6
votes
2answers
741 views

Is there a different behavior between proton and antiproton beams at the Tevatron?

This question has its origin to the reference on the Aegis experiment at CERN where they aim to produce super cooled antihydrogen and detect whether its reaction to gravity is negative. It set me ...
28
votes
2answers
361 views

experimental bounds on spacetime torsion

Did Gravity Probe B provide any bounds on Einstein-Cartan torsion? is a non-zero torsion value at odds with the results regarding frame-dragging and geodetic effects?
7
votes
4answers
7k views

Have we managed to make a perfect vacuum?

Have we managed to make a device without any atom inside it on earth? I was reading about vacuum here, and I found in the examples part here that even on the best man made vacuum devices, there are ...
7
votes
1answer
255 views

How does LIGO remove the effects of environmental noise?

Since LIGO is dealing with readings at nanometers, events such as vehicles driving nearby, and constant (but extremely minor) tremors of the earth can cause movement with the mirrors at nanometers. ...
5
votes
3answers
2k views

Active gravitational mass of the electron

In PSE here electrons are added to a sphere and gravitational modifications are expected. My question is: Is there any experiment that show that a negatively charged object is source of a stronger ...
4
votes
4answers
582 views

A reference request for real world experimental data [closed]

I always use to wonder how the experimental physicists discover new particles every now and then whose dimensions/properties/mass/charge several order of magnitudes below that of anything that is ...
3
votes
3answers
618 views

Has $E=mc^2$ been experimentally verified for macroscopic objects with potential energy?

In relation to this question: What is potential energy truly?, I'm wondering if $E=mc^2$ has been experimentally verified to hold true for macroscopic objects with increased potential energy? I'm ...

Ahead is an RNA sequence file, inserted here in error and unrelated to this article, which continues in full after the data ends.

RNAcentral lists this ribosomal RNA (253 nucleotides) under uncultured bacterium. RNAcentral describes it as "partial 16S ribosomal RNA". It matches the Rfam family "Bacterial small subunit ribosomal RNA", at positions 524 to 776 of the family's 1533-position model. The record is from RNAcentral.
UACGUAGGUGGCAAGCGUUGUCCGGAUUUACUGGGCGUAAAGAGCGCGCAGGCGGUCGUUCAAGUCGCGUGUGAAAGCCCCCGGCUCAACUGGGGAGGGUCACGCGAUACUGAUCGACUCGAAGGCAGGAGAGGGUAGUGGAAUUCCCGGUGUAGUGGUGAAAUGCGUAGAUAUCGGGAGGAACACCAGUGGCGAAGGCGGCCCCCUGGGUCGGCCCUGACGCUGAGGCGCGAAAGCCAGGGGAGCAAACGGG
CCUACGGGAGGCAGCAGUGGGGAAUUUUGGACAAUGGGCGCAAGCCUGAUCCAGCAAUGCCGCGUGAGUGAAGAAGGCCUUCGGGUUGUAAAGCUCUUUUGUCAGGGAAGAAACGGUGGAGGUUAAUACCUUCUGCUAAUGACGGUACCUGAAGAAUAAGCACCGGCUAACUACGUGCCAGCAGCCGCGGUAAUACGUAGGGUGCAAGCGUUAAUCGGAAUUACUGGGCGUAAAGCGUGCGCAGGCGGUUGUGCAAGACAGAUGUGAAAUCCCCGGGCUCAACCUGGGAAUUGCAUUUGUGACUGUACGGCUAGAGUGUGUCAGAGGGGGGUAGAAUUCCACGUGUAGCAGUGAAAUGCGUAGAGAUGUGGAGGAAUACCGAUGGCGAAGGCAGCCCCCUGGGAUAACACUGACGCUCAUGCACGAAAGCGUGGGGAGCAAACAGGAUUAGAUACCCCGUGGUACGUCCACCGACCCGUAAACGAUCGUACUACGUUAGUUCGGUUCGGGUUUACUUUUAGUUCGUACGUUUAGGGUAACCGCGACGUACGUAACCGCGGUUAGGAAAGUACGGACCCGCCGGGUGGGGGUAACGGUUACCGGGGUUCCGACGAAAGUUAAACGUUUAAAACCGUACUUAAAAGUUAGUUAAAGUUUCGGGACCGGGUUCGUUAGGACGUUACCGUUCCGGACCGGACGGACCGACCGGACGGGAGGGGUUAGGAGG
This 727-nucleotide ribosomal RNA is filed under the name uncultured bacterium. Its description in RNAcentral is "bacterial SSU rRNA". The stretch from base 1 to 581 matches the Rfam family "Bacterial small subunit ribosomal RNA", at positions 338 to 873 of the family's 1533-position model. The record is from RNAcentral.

2
votes
2answers
620 views

What experiment(s) have or can refute the existence of an electron-particle “system” over the separate existence of a neutron within itself?

This question actually came about from a discussion of another question posed here The neutron is known to be comprised of an electron and a proton, and there are observations that the neutron can be ...
6
votes
4answers
2k views

Measuring the speed of light and defining the metre - absolute or relative?

If the metre is now defined as the distance light travels in vacuum in 1⁄299,792,458th of a second and the speed of light is accepted to be ...
4
votes
1answer
124 views

Where can I get the most accurate measurements of parton distribution functions?

Where would I look to get the most accurate experimental values of parton distribution functions for the proton? I know these functions aren't measured directly, but I'd basically like to find a fit ...
4
votes
3answers
650 views

Have the Rowan University “hydrino” findings been replicated elsewhere?

In 2009, Rowan University released a paper claiming to replicate Blacklight Power's results on energy generation using hydrino states of the hydrogen atom. The paper (link now dead) appears to ...
4
votes
1answer
329 views

How was Be-8's Half-Life of 7E-17 Second Determined?

Radionuclides occur with half-lives in a vast range of over 37 magnitudes as listed in this site. In question 7584, Lubos Motl explained how Gyr half-lives were determined. This method doesn't appear ...
3
votes
2answers
320 views

What is the highest accuracy of measuring time differences achievable today?

I was wondering if it would be possible to shorten the distance between detectors when measuring the speed of neutrinos to, say, 7m rather than the current ~700km? In this way the distance traveled ...
77
votes
5answers
6k views

What was the major discovery on gravitational waves made March 17th, 2014, in the BICEP2 experiment?

The Harvard-Smithsonian Centre for Astrophysics held a press conference today to announce a major discovery relating to gravitational waves. What was their announcement, and what are the implications? ...
36
votes
4answers
2k views

What is needed to claim the discovery of the Higgs boson?

As I understand the Higg's boson can be discovered by the LHC because the collisions are done at an energy that is high enough to produce it and because the luminosity will be high enough also. But ...
11
votes
8answers
1k views

What is the name of the principle saying it is meaningless to talk/ask questions that can not be measured/tested?

Watching quantum mechanics lectures and it was mentioned that it is pointless/meaningless to try to talk/question things that can not be tested/measured. Is this a principle? And if so what is it's ...
10
votes
1answer
2k views

Experimental signature of topological superconductor